American Goldfinch

First visit:
04 Feb 2020
Last seen:
22 May 2020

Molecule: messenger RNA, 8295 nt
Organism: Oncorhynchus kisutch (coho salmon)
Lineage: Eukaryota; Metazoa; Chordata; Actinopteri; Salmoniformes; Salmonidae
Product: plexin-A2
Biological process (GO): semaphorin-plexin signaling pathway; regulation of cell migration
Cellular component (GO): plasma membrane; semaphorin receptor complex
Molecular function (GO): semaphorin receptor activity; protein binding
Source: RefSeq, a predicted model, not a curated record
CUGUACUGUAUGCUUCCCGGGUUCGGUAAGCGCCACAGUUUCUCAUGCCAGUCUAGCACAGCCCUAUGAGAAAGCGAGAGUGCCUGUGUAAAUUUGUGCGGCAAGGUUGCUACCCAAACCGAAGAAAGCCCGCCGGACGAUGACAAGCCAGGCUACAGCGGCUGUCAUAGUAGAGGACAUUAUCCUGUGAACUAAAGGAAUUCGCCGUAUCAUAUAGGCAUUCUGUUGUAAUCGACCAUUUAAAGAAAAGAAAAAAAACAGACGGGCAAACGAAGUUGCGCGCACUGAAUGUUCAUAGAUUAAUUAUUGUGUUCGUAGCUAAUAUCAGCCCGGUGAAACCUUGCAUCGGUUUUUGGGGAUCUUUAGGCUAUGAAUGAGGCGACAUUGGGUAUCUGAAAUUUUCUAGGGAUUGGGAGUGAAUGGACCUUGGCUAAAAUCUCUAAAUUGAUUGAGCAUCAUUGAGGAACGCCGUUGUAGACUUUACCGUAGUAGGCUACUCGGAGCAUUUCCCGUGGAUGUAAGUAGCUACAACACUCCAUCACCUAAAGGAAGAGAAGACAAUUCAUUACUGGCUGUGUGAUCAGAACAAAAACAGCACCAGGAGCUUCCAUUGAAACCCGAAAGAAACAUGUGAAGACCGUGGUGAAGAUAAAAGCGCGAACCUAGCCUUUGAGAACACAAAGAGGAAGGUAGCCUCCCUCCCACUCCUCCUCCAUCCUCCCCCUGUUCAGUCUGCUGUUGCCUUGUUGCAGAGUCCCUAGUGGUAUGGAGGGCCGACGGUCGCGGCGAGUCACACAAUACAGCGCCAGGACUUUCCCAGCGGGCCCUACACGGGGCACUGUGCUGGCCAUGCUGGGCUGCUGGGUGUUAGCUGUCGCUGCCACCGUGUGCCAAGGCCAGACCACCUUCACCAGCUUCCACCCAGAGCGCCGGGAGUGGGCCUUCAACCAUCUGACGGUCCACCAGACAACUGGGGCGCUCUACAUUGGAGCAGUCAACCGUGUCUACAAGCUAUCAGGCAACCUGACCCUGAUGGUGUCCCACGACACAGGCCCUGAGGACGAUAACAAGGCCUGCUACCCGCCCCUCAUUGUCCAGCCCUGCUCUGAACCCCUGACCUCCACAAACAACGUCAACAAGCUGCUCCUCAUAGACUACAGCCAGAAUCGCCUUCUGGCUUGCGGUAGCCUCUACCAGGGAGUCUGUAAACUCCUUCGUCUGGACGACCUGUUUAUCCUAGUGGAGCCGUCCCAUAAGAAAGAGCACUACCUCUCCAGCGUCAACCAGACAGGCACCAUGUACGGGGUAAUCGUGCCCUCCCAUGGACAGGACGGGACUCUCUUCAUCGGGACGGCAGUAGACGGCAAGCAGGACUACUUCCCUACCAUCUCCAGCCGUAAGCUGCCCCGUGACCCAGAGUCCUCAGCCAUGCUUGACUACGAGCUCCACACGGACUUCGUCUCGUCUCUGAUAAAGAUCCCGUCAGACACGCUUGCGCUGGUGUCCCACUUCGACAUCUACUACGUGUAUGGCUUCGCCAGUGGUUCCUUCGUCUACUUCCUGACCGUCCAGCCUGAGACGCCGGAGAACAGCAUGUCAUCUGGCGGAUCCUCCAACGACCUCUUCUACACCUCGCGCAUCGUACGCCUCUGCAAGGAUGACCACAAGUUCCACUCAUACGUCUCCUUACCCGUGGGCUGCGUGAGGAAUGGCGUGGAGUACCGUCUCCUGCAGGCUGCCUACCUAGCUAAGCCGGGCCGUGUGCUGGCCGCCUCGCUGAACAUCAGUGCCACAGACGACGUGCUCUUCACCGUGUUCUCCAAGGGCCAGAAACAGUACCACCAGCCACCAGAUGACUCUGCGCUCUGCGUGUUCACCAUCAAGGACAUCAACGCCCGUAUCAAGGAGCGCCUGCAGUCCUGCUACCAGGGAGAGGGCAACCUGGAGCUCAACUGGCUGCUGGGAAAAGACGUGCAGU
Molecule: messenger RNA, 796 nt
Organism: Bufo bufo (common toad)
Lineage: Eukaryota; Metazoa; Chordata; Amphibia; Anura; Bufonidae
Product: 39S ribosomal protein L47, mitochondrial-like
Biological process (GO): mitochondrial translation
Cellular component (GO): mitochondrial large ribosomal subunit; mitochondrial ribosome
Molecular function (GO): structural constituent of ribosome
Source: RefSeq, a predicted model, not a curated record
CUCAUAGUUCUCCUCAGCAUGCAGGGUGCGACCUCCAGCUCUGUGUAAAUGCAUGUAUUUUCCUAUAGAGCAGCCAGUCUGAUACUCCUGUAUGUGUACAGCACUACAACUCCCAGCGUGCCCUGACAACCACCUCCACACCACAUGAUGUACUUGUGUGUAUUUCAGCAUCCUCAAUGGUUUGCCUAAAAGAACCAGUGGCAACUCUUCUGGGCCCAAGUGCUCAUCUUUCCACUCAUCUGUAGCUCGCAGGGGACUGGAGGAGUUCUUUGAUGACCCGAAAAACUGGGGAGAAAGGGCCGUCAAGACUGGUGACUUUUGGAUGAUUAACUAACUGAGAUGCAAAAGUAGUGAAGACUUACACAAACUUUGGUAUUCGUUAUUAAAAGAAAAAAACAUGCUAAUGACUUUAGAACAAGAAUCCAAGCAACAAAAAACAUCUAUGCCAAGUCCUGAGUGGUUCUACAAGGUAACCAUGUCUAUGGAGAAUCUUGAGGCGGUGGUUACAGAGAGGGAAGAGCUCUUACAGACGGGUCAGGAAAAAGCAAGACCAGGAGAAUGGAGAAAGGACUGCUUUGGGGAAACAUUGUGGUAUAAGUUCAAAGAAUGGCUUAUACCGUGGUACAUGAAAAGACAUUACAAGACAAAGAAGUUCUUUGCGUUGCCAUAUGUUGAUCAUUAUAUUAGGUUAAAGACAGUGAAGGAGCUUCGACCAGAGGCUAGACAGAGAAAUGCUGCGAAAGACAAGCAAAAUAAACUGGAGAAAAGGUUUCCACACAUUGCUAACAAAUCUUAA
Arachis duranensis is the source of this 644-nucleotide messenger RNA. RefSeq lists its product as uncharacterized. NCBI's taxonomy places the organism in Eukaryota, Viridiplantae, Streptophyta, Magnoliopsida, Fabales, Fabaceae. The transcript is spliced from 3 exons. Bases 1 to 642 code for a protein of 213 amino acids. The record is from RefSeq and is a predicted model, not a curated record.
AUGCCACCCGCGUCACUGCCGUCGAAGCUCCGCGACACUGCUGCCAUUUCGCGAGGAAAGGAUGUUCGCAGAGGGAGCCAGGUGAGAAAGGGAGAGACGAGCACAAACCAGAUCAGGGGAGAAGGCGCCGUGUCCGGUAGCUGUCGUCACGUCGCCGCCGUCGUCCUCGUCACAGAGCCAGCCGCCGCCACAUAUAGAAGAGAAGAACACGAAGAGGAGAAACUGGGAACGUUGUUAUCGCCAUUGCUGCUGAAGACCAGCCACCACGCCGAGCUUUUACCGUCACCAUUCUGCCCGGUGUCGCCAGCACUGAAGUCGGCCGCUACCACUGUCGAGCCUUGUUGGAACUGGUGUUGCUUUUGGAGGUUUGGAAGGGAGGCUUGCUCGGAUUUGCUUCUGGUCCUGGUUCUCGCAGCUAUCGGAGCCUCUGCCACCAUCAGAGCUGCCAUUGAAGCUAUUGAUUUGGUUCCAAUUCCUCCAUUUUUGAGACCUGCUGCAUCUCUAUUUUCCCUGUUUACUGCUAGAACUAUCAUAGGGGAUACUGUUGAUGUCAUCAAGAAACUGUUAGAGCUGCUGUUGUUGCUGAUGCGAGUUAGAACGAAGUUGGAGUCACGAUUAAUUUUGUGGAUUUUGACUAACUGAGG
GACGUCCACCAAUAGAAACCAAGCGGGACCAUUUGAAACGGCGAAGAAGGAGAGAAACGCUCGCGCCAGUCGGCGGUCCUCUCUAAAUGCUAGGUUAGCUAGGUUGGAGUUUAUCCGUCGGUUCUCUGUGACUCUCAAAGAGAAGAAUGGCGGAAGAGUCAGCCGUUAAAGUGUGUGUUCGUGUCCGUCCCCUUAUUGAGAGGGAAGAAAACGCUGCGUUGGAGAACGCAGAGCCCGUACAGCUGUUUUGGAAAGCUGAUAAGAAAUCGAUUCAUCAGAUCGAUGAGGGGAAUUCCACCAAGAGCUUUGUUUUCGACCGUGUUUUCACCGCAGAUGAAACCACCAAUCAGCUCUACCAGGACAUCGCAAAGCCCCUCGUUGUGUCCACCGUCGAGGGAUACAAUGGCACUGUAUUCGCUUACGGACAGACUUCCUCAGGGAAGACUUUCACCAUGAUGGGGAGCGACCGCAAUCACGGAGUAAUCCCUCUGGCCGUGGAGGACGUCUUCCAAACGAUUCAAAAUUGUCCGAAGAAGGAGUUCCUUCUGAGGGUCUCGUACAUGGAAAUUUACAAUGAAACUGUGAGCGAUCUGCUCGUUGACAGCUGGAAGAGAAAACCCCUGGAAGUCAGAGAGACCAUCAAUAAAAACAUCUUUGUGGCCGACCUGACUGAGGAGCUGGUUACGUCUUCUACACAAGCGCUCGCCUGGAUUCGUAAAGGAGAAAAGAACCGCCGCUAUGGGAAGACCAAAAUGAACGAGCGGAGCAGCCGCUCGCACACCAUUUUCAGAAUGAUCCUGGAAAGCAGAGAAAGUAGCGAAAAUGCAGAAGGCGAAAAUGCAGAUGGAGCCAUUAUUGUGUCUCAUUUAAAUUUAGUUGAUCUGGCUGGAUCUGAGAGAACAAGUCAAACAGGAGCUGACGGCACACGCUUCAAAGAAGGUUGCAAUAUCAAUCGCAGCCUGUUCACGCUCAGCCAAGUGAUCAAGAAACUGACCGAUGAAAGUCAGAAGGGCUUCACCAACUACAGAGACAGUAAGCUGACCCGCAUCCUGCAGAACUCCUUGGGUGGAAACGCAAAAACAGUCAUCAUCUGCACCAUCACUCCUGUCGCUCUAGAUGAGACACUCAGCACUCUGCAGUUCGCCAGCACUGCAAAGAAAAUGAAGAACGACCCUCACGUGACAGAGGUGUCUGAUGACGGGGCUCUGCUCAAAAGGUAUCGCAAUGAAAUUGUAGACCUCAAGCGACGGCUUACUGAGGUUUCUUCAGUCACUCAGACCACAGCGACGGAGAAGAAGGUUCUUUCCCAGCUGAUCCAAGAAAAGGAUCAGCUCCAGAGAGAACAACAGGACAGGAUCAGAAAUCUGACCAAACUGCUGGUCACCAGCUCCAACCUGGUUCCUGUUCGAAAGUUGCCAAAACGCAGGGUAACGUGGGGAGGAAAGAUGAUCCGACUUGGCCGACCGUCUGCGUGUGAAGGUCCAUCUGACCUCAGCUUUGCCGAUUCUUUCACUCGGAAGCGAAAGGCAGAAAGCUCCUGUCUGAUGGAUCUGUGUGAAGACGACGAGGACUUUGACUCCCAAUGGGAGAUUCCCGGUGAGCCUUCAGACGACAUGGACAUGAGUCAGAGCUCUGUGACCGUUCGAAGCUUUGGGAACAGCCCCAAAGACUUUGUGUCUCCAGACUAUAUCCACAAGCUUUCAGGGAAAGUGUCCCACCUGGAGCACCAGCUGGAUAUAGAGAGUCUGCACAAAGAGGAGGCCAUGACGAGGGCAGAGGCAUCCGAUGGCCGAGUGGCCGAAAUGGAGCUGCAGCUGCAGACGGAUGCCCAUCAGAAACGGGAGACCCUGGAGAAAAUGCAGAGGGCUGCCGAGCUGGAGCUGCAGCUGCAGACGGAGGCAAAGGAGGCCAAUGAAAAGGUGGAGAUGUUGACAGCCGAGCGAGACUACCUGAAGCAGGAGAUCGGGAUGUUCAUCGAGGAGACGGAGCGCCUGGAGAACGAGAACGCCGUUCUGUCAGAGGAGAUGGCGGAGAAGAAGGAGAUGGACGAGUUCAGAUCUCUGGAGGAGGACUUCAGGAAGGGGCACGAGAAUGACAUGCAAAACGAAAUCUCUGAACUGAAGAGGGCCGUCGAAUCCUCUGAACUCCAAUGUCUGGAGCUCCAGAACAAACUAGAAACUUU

The American goldfinch (Spinus tristis) is a small North American bird in the finch family. It is migratory, ranging from mid-Alberta to North Carolina during the breeding season, and from just south of the Canada–United States border to Mexico during the winter. The beak is small, conical, and pink for most of the year, but turns bright orange with the spring molt in both sexes. The shape and size of the beak aid in the extraction of seeds from the seed heads of thistles, sunflowers, and other plants. The American goldfinch undergoes a molt in the spring and autumn. It is the only cardueline finch to undergo a molt twice a year. During the winter molt it sheds all its feathers; in the spring, it sheds all but the wing and tail feathers, which are dark brown in the female and black in the male. The markings on these feathers remain through each molt, with bars on the wings and white under and at the edges of the short, notched tail. The sexual dimorphism displayed in plumage coloration is especially pronounced after the spring molt, when the bright color of the male's summer plumage is needed to attract a mate.

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